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United States v. Scott

United States District Court, D. Minnesota

October 4, 2017

UNITED STATES OF AMERICA, Plaintiff,
v.
KAINUS SCOTT, Defendant.

          Jeffrey S. Paulsen, Assistant United States Attorney, for plaintiff.

          Kainus Scott, pro se defendant.

          MEMORANDUM OPINION AND ORDER STAYING MOTION TO VACATE, SET ASIDE, OR CORRECT SENTENCE

          JOHN R. TUNHEIM CHIEF JUDGE

         Kainus Scott is currently serving a 180-month mandatory-minimum sentence, imposed pursuant to the Armed Career Criminal Act (“ACCA”), 18 U.S.C. § 924(e)(1). Scott seeks to vacate the sentence under 28 U.S.C. § 2255, arguing that the Court imposed an illegal sentence because Scott's previous three convictions - two for second-degree assault and one for first-degree aggravated robbery - are not “violent felonies” for purposes of the ACCA. Scott also requests that the Court stay the proceedings in light of United States v. Pettis, No. 15-233, 2016 WL 5107035 (D. Minn. Sept. 19, 2016), appeal filed, No. 16-3988 (8th Cir. Oct. 20, 2016), which is currently pending with the Eighth Circuit, and which bears directly on whether a Minnesota conviction for first-degree aggravated robbery is a “violent felony” for purposes of the ACCA. In United States v. McClinton, No. 15-252, 2017 WL 3381817 (D. Minn. Aug. 4, 2017), a similar § 2255 matter, the Court stayed proceedings pending the Eighth Circuit's decision in Pettis.

         Although the Court will find that Scott's previous two convictions for second-degree assault are “violent felonies” for purposes of the ACCA, the Court will grant Scott's request to stay the proceedings pending the Eighth Circuit's decision in Pettis because the Eighth Circuit's decision might affect whether Scott's sentence comports with the ACCA.

         BACKGROUND

         On February 18, 2015, Scott pleaded guilty to one count of “being an Armed Career Criminal in possession of a firearm in violation of 18 U.S.C. §§ 922(g)(1) and 924(e)(1).” (Plea Agreement at 2-3, Feb. 18, 2015, Docket No. 31.) In the plea agreement, Scott acknowledged that he had two previous felony convictions for second-degree assault and one previous felony conviction for first-degree aggravated robbery. (Id. at 2.) No other convictions were identified that might qualify for a sentencing enhancement under the ACCA. (Id.; Presentence Investigation Report (“PSR”) ¶¶ 38-47 (on file with the Court).) The Court sentenced Scott to 180 months of imprisonment on November 3, 2015. (Sentencing J. at 1-2, Nov. 12, 2015, Docket No. 43.)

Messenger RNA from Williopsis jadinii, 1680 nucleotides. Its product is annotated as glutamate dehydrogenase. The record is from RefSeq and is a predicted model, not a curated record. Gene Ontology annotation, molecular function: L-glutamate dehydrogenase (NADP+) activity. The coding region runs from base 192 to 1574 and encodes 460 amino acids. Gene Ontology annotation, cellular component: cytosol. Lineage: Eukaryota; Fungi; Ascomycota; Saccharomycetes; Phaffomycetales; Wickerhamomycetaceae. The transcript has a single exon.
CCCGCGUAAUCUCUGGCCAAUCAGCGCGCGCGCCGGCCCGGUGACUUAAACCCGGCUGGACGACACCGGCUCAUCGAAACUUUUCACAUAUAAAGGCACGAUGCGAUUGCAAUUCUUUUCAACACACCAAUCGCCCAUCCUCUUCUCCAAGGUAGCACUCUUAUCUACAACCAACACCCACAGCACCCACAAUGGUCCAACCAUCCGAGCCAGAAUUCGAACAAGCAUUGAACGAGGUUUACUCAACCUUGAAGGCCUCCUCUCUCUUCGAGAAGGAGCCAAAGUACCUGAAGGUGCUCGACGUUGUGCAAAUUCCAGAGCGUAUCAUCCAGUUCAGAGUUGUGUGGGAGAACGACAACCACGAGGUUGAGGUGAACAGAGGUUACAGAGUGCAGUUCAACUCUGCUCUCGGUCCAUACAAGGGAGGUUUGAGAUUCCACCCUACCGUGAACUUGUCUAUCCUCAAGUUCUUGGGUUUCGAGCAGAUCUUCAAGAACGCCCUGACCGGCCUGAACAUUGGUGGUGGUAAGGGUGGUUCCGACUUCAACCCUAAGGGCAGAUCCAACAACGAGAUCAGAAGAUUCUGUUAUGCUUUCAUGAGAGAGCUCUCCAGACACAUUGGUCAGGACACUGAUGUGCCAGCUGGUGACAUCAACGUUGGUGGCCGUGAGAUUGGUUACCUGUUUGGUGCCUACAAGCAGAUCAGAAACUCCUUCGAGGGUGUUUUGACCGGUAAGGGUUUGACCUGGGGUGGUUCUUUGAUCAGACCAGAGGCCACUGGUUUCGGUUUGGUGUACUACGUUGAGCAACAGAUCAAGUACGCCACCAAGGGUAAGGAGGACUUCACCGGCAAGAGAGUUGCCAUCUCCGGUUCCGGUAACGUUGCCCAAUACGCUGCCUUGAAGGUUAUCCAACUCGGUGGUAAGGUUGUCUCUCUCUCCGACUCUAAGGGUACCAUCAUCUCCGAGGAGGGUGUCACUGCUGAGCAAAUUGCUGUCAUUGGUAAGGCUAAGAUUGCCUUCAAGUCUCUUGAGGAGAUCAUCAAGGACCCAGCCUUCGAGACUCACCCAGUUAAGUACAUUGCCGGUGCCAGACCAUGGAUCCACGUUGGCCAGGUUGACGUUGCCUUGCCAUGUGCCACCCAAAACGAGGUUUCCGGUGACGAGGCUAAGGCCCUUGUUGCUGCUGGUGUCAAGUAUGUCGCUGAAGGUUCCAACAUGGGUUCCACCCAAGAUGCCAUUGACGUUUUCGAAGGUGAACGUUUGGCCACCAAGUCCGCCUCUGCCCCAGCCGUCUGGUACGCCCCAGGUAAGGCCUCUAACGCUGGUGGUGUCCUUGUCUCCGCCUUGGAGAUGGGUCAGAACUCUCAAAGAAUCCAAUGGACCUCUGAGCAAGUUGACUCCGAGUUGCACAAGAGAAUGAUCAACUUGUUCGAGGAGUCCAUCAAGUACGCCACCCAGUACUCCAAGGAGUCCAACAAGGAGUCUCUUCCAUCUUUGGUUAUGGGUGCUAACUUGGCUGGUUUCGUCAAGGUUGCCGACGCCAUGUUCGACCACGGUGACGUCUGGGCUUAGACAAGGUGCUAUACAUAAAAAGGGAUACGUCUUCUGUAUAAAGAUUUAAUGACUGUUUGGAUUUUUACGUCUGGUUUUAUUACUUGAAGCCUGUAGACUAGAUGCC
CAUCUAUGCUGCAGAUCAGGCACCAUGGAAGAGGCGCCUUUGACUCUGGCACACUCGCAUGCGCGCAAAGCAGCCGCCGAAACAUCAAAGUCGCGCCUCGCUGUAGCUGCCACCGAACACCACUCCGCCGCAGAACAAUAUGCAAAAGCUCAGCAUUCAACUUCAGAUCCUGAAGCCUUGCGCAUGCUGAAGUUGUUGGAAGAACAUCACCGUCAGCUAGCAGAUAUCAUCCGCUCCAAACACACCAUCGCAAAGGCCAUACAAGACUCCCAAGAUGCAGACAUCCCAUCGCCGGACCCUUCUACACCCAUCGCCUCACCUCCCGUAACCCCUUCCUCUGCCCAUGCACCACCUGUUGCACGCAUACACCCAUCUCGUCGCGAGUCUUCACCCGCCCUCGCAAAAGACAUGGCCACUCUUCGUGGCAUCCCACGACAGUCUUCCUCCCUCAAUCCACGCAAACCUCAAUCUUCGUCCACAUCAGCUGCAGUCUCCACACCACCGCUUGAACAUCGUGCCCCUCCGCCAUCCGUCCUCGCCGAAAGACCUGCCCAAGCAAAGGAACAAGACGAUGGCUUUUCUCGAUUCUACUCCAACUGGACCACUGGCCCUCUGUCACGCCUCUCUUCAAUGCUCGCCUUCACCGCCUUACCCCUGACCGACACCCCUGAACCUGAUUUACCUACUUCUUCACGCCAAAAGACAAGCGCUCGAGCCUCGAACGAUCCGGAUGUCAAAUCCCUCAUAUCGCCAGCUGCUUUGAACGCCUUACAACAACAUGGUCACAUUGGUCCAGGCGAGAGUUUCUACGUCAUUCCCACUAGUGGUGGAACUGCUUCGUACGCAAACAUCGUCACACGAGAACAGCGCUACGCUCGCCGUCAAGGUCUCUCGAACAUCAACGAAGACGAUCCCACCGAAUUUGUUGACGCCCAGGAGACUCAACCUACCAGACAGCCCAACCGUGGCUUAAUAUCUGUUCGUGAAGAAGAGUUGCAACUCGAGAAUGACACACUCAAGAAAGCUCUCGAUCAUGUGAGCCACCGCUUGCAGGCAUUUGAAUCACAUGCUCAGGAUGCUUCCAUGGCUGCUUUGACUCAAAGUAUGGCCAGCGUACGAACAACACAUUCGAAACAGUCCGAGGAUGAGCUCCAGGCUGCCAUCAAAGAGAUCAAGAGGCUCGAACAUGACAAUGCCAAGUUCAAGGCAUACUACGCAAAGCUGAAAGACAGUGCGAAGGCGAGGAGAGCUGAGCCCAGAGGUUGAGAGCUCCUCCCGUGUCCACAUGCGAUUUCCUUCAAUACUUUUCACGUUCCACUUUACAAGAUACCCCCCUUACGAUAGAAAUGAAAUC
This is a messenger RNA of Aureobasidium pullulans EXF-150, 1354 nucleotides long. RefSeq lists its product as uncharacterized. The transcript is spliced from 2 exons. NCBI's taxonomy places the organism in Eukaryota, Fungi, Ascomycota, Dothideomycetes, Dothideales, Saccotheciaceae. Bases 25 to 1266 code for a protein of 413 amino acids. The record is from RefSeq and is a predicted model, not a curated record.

On June 19, 2017, Scott filed a motion to vacate his sentence under 28 U.S.C. § 2255.[1] Scott argues that his current 180-month sentence is illegal because he does not have three predicate violent felonies under the ACCA, and the maximum statutory penalty for his offense under 18 U.S.C. § 922(g)(1) is 120 months.

         On July 17, 2017, Scott filed a reply, requesting that the Court stay consideration of his § 2255 motion until the Eighth Circuit decides Pettis. (See Def.'s Traverse to Gov't's Resp. at 1-2, July 17, 2017, Docket No. 63.)

         DISCUSSION

         I. SECTION 2255

         Section 2255(a) permits a prisoner to move the court that sentenced him to “vacate, set aside or correct the sentence” on the grounds that “the sentence was imposed in violation of the Constitution or laws of the United States, or that the court was without jurisdiction to impose such sentence, or that the sentence was in excess of the maximum authorized by law, or is otherwise subject to collateral attack.”

         II. THE ACCA

         Typically, a person found guilty of being a felon in possession of a firearm may be sentenced to no more than 10 years' imprisonment. 18 U.S.C. § 924(a)(2). But if the ACCA applies, the 10-year statutory maximum is replaced by a 15-year mandatory minimum. Id. § 924(e)(1); see also Descamps v. United States, 133 S.Ct. 2276, ...


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